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Yoshihiko Noda
Article added on September 1, 2011
  
Today, Japan's parliament has elected Yoshihiko Noda (*1957) as the country's seventh prime minister in only six years. After Junichiro Koizumi from 2001 to 2006, Japan has seen six other prime ministers from 2006 to 2011: Shinzo Abe, Yasuo Fukuda, Taro Aso, Yukio Hatoyama, Naoto Kan and now Yoshihiko Noda.

Biography of Yoshihiko Noda

Yoshihiko Noda was born in Funabashi, Chiba, to the east of Tokyo, in 1957. Noda is a graduate of Tokyo's prestigious pro-free-market School of Political Science and Economics at Waseda University as well as the Matsushita Institute of Government and Management. Unlike most former prime ministers, Noda does not hail from a political dynasty. His father served in the Japanese Self-Defense Forces, as the country's military is known. However, Noda is a longtime politician who was first elected to the assembly of Chiba Prefecture in 1987. Six years later, he served his first term in the national Diet for the now-defunct Japan New Party. As most politicians of that party, he later joined the Democratic Party (DPJ). After the DPJ won the
2009 election, Noda first served as Japan's vice finance minister before being promoted to the post of finance minister in June 2010, when his boss, finance minister Naoto Kan became prime minister.

The DPJ's newest man in power, Yoshihiko Noda, has been described as a calm and knowledgeable politician with experience, a fiscal hawk, a reformer and a member of the DPJ faction critical of the party's former secretary general Ichiro Ozawa, a master of dirty politics in the LDP-style; incidentally the “shadow shogun” Ozawa was once also secretary general of the LDP.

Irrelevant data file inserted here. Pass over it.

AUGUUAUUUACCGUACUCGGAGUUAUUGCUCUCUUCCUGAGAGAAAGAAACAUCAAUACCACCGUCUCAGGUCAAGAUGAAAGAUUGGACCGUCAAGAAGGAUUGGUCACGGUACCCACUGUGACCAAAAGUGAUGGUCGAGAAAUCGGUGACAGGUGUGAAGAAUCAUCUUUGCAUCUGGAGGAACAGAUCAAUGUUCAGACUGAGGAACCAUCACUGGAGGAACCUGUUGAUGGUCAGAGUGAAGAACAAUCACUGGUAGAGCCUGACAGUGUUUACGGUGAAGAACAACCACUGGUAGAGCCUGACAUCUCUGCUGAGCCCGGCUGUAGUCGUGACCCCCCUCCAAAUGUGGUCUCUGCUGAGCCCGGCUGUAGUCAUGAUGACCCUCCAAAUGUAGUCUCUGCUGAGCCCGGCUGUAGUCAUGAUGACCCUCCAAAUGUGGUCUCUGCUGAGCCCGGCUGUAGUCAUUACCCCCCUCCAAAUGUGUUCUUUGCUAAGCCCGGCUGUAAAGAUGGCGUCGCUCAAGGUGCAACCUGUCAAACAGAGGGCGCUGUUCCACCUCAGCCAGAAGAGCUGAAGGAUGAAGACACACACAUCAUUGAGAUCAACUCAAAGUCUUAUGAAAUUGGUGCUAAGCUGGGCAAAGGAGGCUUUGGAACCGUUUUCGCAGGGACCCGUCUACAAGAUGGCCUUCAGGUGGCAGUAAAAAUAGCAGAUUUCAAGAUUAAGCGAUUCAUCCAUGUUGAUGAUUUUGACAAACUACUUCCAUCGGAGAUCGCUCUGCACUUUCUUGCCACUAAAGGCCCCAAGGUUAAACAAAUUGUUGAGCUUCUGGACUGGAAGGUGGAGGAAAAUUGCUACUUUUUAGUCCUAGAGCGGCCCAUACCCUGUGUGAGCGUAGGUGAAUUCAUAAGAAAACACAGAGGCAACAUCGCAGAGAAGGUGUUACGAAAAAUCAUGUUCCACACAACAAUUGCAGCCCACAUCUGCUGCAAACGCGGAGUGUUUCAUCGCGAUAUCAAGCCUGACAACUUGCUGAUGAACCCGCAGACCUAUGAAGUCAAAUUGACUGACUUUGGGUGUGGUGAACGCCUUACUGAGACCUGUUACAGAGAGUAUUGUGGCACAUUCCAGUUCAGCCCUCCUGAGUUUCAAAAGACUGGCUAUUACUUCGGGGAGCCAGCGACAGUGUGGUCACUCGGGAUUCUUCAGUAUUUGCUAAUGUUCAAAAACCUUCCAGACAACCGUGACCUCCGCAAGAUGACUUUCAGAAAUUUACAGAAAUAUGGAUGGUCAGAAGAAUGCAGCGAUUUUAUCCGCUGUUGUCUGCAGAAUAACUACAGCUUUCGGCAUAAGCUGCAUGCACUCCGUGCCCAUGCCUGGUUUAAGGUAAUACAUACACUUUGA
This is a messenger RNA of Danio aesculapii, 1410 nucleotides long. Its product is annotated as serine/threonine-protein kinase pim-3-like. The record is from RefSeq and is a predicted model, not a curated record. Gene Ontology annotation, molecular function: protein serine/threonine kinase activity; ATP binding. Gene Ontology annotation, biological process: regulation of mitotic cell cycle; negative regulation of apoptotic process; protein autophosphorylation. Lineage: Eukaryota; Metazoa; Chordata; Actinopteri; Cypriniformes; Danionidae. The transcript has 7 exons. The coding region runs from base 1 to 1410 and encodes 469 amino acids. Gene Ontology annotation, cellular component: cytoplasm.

Noda is not untainted. He panders to the ultra-nationalists in Japan.
In 2005 and again on August 15, 2011 he stated that class-A war criminals convicted by the World War Two Allies and buried at the Yasukuni Shrine in Tokyo had paid their debts and should no longer be considered war criminals, angering many in China and South Korea.

When Prime Minister Naoto Kan announced a new energy policy, breaking with Japan's long term strategy, Yoshihiko Noda was among the first to challenge the policy decision. In other matters, including the tackling of the public debt, Noda has been a strong ally of Kan and has vowed to continue his predecessor's fiscal conservative agenda.

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The DPJ in power

2009 brought the long needed change: the anomaly of the LDP one-party rule since 1955 - with only a ten-month break in 1993 - came to an end. Changes of parties in power are vital for any democracy. It is a pity that none of the Democratic Party prime ministers could deliver so far.

After not even 15 months with Prime Minister Naoto Kan in power, the Democratic Party was forced to elect Yoshihiko Noda as its third prime minister since its landslide win in the